The second episode of the Battle Rounds on The Voice settled on the top 12. The coaches head to the live shows starting next Sunday with three contestants each. The Monday episode did 881,000 after 950,000 on Monday last week.
Nine then repeated its Adele: Live In London concert where she also spoke to Graham Norton with 298,000 watching.
The channel had its best share on any night since a Thursday in February where Celebrity and Gogglebox delivered a share of 17.0%.
The Project ended with an appearance from the unlikely music duo of Ben Lee and Josh Radnor with the Aussie music star and the US sitcom star talking about their friendship and Aussie tour. The 7pm half of the show did 579,000 after an average of 524,000 last week, which was its best result since January.
It was time for the second elimination on MasterChef with the three cooks baking a Maggie Beer recipe, which was then judged by the great lady herself. Samira did an outstanding job and was safe, with Metter being sent home as model-turned-writer Michelle Walsh dodged a bullet. The second Monday episode did 820,000 after launching on Monday last week with 890,000.
The first episode of Have You Been Paying Attention? was a riotous affair with regulars Sam Pang and Ed Kavalee joined by Jane Kennedy, Anne Edmonds and Kitty Flanagan. There were plenty of Eurovision clips and questions with Isaiah as guest quizmaster, who worked beautifully with host Tom Gleisner. The first of what hopefully will be another long season did 808,000.
Australian Story featured the Central Australian Aboriginal Women’s Choir with 571,000 watching.
Four Corners was a feature from French broadcaster Arte and titled Banksters, which detailed the scandalous conduct of the global bank HSBC. The episode did 541,000 after 511,000 a week ago.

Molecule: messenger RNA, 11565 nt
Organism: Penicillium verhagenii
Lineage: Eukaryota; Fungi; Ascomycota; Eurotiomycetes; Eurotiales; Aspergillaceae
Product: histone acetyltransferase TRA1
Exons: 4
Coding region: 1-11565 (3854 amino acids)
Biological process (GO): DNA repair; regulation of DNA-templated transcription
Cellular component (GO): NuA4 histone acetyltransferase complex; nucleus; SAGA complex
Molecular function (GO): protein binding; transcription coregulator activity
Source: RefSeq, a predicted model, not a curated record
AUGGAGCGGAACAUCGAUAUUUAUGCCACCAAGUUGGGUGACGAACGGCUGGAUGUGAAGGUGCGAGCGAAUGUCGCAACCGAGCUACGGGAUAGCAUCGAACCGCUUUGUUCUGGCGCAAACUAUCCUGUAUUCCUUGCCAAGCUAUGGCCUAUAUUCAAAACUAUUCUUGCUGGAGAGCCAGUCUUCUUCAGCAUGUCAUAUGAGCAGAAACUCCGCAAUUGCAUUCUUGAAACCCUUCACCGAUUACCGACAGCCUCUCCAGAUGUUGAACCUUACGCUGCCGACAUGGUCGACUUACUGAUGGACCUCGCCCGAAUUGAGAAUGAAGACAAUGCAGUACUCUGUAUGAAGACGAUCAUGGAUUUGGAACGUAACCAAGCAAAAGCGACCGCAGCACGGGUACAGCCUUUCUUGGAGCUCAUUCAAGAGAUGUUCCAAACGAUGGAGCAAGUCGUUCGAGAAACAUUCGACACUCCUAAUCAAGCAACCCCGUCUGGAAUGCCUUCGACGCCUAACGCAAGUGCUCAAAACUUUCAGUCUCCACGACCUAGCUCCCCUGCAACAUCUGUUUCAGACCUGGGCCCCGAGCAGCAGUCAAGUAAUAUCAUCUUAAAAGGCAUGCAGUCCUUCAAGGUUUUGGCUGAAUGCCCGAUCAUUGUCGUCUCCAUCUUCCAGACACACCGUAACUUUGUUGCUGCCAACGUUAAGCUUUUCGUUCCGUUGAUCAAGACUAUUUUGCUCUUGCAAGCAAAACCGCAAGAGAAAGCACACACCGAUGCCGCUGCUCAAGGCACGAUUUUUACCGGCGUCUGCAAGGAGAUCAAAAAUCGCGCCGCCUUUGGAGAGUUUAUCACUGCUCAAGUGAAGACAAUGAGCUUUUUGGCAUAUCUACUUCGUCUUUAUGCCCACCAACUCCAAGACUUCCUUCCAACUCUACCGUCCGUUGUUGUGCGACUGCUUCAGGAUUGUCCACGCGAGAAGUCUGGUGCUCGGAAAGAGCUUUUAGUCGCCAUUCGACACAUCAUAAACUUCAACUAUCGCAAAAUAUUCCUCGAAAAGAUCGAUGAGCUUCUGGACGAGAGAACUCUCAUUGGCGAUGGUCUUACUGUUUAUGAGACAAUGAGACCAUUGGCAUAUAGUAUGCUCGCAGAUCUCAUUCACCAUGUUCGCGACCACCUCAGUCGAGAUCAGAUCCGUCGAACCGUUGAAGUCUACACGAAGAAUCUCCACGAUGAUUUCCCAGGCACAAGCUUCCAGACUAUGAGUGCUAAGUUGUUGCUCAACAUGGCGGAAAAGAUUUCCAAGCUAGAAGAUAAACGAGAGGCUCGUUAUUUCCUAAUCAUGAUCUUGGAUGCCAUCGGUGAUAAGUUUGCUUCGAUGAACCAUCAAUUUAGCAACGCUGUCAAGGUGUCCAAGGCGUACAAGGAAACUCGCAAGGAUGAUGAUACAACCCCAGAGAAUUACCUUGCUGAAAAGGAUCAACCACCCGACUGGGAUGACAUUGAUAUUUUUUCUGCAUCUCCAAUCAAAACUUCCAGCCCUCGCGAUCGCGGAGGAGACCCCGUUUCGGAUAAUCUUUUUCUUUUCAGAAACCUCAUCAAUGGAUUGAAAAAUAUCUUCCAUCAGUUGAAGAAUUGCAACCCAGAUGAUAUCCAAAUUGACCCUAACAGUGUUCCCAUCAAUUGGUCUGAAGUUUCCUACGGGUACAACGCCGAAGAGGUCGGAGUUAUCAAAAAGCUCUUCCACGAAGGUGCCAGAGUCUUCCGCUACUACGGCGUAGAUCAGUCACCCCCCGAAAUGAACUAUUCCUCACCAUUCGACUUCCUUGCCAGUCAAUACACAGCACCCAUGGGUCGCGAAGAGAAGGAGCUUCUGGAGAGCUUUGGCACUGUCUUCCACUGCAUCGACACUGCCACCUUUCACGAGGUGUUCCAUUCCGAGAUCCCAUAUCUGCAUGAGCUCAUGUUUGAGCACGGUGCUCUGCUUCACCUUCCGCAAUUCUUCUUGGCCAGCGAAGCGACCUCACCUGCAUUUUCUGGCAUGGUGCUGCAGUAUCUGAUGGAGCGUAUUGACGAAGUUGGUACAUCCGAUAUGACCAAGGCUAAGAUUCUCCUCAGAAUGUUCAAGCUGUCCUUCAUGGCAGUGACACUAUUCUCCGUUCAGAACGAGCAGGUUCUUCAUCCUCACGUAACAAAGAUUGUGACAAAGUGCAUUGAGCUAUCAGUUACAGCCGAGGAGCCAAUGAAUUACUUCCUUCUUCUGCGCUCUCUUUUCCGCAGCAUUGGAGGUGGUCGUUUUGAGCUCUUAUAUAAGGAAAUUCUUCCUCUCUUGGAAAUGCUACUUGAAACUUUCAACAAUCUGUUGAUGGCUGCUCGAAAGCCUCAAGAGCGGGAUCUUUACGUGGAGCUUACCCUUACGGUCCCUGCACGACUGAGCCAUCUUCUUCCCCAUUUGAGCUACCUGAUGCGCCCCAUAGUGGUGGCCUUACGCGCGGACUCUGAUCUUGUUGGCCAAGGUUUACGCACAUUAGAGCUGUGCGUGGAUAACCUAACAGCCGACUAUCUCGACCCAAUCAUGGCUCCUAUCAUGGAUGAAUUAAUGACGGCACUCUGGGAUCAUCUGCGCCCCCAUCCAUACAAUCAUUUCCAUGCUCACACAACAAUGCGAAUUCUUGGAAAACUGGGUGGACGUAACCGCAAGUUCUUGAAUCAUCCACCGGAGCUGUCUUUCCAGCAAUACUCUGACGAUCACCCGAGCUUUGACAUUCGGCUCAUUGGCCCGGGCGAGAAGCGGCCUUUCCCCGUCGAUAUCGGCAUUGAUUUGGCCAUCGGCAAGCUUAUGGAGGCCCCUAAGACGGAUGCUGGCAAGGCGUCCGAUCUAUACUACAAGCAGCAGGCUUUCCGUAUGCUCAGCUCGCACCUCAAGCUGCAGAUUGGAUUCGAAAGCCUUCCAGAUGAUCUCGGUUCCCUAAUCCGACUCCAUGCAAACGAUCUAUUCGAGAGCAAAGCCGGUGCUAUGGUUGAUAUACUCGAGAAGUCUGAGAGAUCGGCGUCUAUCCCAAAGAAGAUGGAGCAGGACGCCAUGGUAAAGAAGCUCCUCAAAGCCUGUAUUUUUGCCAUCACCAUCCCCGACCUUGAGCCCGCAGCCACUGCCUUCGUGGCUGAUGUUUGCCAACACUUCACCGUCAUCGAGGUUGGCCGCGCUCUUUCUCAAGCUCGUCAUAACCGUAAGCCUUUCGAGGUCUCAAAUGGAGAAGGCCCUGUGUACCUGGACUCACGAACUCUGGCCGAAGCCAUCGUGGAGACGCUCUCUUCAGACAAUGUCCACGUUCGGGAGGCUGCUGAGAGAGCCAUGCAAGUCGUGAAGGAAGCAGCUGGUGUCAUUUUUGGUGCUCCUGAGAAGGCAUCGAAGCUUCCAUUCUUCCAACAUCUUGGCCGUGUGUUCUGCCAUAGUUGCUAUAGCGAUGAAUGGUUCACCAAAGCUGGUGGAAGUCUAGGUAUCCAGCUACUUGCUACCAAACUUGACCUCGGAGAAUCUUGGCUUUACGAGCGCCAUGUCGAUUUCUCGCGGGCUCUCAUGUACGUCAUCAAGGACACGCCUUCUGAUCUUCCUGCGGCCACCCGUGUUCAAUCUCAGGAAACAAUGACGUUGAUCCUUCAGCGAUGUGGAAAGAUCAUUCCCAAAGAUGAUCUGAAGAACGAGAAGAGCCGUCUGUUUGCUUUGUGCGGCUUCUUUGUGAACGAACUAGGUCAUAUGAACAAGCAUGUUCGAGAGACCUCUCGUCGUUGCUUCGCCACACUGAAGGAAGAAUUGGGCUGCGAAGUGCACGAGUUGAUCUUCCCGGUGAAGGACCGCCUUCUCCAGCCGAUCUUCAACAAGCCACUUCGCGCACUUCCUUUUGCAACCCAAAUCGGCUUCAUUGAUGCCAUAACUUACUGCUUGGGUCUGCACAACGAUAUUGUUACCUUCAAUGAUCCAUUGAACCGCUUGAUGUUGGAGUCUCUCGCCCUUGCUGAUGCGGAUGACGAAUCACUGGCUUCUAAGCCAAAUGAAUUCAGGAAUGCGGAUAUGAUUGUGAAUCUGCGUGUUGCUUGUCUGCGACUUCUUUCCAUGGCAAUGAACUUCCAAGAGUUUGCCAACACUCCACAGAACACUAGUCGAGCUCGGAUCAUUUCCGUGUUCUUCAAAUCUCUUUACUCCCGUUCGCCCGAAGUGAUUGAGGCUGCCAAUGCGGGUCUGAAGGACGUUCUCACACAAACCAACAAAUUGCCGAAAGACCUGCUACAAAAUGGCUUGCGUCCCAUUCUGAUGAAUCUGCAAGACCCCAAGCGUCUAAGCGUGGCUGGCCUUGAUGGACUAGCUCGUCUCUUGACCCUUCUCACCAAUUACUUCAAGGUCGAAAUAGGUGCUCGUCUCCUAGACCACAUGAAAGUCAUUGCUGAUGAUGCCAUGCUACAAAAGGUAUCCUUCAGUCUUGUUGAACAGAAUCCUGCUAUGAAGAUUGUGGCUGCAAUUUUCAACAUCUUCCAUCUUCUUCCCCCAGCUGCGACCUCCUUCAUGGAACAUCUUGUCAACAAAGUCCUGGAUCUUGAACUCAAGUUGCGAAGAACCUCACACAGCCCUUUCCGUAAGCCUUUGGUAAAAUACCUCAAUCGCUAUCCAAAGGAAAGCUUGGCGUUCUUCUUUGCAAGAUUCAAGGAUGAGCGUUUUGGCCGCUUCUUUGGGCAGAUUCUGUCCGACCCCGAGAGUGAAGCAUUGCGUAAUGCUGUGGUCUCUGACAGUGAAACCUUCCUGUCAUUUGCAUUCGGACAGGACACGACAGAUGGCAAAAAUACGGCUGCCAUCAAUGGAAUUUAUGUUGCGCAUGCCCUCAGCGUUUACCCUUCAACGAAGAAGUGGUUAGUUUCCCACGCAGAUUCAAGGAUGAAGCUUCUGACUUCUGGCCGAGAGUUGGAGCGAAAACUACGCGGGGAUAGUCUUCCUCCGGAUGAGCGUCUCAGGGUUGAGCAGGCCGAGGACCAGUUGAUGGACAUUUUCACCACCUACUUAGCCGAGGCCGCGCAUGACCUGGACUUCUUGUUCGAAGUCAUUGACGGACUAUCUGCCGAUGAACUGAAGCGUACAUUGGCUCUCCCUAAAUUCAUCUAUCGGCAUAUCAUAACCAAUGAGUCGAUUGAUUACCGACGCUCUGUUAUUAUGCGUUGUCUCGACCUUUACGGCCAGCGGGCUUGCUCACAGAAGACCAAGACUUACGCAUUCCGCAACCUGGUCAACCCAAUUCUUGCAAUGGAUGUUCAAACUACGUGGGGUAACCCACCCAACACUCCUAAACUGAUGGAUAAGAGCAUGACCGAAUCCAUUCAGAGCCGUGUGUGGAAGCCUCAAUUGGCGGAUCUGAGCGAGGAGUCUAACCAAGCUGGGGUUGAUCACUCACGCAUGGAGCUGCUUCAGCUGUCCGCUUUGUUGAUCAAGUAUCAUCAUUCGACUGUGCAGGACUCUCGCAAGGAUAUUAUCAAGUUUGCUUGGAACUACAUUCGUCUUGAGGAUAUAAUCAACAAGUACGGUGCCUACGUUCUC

Budget cuts at the ABC, how to stage a paparazzi pic and the royal wedding countdown featured on Media Watch for the audience of 448,000.
A post-Budget edition of Q&A then did 354,000.
After a heady weekend of Eurovision contests and specials it was back to the Monday schedule.
Elizabeth: Strong And Steady was on 240,000 after 280,000 a week ago.
Olive oil was under the stethoscope on Trust Me, I’m A Doctor with 182,000 watching.
24 Hours In Emergency then did 215,000.
|ABC ME||0.6%||7mate||4.6%||GEM||2.6%||ELEVEN||2.4%||Food Net||0.7%|
|ABC||Seven Affiliates||Nine Affiliates||Ten Affiliates||SBS|
|ABC ME||0.9%||7mate||4.5%||GEM||3.7%||ELEVEN||2.2%||Food Net||0.5%|
|MONDAY METRO ALL TV|
16-39 Top 5
18-49 Top 5
25-54 Top 5
Shares all people, 6pm-midnight, Overnight (Live and AsLive), Audience numbers FTA metro, Sub TV national
Source: OzTAM and Regional TAM 2018. The Data may not be reproduced, published or communicated (electronically or in hard copy) without the prior written consent of OzTAM
Chris Nolan is stepping down from his role as the chief operations officer of Publicis Media Australia and New Zealand. He will leave the agency group at the end of May 2018.
Nolan has been with the agency since 2005, joining Starcom Mediavest Group (SMG) as managing director of the Melbourne office before being promoted to CEO of SMG group and then becoming COO of Publicis Media ANZ in 2016.
Publicis Media APAC CEO Gerry Boyle said: “I would like to thank Chris for his commitment and leadership contribution to Publicis Media in Australia over the last two years. He has helped drive Publicis Media into a position of strength and we will continue to build on this proposition and capability for the future. We wish him well in his future endeavours.”
Nolan is looking to new career opportunities and will be working with Publicis Media ANZ CEO Matt James to transition his responsibilities in the coming month. The COO role will not be replaced.
Nolan said: “I would like to thank my Publicis Media colleagues, both locally and across the globe, for their continued support over the last 13 years and I wish them all the best for the future. I would also like to thank the clients that I have worked with. Through helping to grow your businesses, I have remained inspired in all that you have achieved and I hope you continue to prosper. And to the publishers I have worked with, thank you for your partnership, support and encouragement.”
Telstra shares dived to a 6½-year low yesterday after the telco reaffirmed that its earnings were shrinking in the face of increased mobile competition and the impact of the National Broadband Network, reports The Australian’s Supratim Adhikari.
The drop in revenue generated means that while Telstra is adding plenty of new customers, the growth in subscribers is coming at a cost.